| What the Do It Yourselfer Needs to Know About Rekeying Weiser Locks
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What the Do It Yourselfer Needs to Know About Rekeying Weiser Locks
By Scott Stoddart

On Weiser doorknobs, remove the door knob or lever from the door, pull on the long piece of metal that sticks out of the back of the lock while you turn the key to the right to about the 8 o'clock position, pulling the key as you turn. If you don't pull the spindle out far enough, the lock won't come out. If you don't have the key to the door, you will have to pick the lock and as your turning you will have to use something to pull out on the cylinder so when it gets to the right point it comes out. It sometimes makes it easier if picking the locks to pull the spindle out all the way and hold it out with a small vise grip.

The deadbolts are easier to rekey. Depending upon the model of deadbolt, remove the screw or screws that are on the back of the lock. Of course, you have to remove the lock from the door first, then you can see the screw that you need to remove. Once removed, the cylinder comes out of the back of the lock. If there is no screw on the back of the lock, the lock doesn't come out you will have to rekey the deadbolt as it is , putting the follower through where the cylinder plug was. You don't need a key to remove the cylinder from most deadbolts.

Please do everyone a favor and don't take Weiser locks to a hardware store or home improvement warehouse to get them rekeyed. You are just asking for problems if you do. Some of the guys there are very good , but in my experience not worth the risk.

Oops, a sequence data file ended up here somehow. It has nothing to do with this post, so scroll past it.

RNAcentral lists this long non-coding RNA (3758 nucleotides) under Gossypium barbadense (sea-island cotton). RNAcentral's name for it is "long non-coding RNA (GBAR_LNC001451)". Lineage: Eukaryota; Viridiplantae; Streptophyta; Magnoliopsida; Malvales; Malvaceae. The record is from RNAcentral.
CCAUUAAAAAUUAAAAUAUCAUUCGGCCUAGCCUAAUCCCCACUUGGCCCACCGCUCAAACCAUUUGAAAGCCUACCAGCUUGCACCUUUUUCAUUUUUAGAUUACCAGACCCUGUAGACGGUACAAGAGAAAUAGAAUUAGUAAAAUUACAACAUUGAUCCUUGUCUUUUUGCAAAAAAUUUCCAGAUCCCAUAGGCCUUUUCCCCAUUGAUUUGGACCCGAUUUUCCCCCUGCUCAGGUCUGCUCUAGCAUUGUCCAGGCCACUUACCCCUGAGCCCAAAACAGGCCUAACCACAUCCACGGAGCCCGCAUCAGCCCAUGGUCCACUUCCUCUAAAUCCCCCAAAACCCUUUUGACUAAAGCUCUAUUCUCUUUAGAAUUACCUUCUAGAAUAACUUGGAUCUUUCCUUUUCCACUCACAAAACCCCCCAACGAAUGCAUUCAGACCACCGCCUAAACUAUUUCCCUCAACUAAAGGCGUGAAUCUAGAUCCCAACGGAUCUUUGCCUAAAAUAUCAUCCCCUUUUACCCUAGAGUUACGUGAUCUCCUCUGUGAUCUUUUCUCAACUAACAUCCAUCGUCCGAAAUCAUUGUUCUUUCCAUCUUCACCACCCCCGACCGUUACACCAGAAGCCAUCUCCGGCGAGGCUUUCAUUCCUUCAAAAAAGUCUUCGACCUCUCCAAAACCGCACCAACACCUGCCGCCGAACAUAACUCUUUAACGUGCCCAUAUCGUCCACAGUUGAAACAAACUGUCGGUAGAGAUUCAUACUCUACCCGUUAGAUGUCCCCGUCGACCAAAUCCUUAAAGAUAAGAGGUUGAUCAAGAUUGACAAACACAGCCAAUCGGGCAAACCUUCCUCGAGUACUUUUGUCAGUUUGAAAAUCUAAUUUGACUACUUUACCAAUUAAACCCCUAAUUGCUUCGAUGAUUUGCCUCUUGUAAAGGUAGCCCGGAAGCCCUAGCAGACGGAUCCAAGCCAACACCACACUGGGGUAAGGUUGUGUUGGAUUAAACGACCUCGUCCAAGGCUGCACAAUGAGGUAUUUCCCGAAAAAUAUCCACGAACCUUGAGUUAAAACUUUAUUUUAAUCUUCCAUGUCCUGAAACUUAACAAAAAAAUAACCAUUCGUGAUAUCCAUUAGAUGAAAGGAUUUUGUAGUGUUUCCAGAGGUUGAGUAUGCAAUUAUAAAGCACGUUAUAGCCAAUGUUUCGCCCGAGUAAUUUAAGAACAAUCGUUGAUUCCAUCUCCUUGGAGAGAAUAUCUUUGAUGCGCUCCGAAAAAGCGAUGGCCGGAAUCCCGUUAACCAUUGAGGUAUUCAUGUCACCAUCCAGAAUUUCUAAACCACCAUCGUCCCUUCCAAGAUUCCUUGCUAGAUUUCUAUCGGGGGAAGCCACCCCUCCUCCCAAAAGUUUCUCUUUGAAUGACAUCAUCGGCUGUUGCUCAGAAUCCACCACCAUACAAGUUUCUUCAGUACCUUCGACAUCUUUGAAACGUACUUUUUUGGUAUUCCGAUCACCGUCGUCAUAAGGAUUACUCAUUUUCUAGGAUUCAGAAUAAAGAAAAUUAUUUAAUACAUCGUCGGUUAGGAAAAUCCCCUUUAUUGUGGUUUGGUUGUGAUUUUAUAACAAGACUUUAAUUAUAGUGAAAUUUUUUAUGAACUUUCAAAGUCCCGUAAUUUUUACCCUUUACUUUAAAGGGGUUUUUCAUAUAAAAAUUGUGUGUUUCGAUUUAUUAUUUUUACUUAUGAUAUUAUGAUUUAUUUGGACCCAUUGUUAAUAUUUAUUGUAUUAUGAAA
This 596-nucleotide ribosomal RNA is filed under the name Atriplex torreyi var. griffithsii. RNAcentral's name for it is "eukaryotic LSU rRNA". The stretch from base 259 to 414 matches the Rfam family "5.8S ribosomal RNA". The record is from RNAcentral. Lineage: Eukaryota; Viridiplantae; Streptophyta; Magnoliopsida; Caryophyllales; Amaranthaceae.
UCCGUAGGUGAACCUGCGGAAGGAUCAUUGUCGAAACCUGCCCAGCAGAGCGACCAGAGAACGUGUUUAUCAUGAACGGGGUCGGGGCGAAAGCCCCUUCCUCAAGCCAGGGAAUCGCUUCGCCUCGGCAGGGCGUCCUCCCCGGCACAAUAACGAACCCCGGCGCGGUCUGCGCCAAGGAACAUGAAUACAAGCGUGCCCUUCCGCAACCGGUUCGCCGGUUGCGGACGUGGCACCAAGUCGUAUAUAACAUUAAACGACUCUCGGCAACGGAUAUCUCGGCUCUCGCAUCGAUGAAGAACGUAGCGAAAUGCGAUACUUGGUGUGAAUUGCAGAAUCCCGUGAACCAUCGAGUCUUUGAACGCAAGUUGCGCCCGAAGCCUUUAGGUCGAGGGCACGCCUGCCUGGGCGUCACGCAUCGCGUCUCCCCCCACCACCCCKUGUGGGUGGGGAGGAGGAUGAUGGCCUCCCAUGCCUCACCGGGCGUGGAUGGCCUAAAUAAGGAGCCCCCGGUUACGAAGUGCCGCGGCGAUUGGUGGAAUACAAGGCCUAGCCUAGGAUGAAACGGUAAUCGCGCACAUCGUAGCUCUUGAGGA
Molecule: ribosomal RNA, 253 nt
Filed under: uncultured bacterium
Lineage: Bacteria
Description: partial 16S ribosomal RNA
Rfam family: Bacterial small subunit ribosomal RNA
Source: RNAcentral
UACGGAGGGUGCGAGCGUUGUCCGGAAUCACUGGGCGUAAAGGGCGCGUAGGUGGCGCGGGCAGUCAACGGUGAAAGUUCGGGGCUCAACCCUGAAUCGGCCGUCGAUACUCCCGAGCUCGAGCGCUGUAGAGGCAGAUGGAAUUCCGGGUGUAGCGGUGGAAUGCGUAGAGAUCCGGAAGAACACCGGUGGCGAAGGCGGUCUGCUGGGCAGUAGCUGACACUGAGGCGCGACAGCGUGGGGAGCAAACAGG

It is more secure to have the locks on your home rekeyed after moving in. It makes no difference if the home is a brand new build or just new to you. The contractors that build homes often hand out many keys to subcontractors so they doesn't have to be at the home to let the subcontractors in to do their work. The down side is that those subcontractors keep or throw away or lose the keys when their work is done. It's hard to tell who has a key after that.

If the contractor uses a contractor's key set up or a protecto-key, then you are a bit better off, but I still recommend having all the locks rekeyed regardless.

If the home is new-to-you, the neighbors, the former owner's families, the cleaning people , paper guy, housesitter, babysitter, old boyfriends or girlfriends...any one of those people still have a key to the house that you now live in. It doesn't matter if you are buying the house or renting, once you move your things in, it's your house and everything in there belongs to you. You want to protect it. Rekeying is the best place to start.

You could, if money isn't a factor, replace all the locks. I usually only suggest this if the locks are worn, tarnished , old or if they don't match the other locks on the home. If they don't match, it's usually a sign that the orignial locks have been damaged or that there is a chance of keys being with some person in which the former owner or occupant didn't want to allow inside. Some people just change the deadbolt on each door, or just one door, in the hopes to keep certain people that have keys from getting inside. Most of the time I have seen someone do this they change their mind then or soon after out of convenience.
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About the Author

Scott Stoddart, Stoddart's Lock and Safe
15990 West Christy Dr.
Surprise, AZ 85379
623-363-1996

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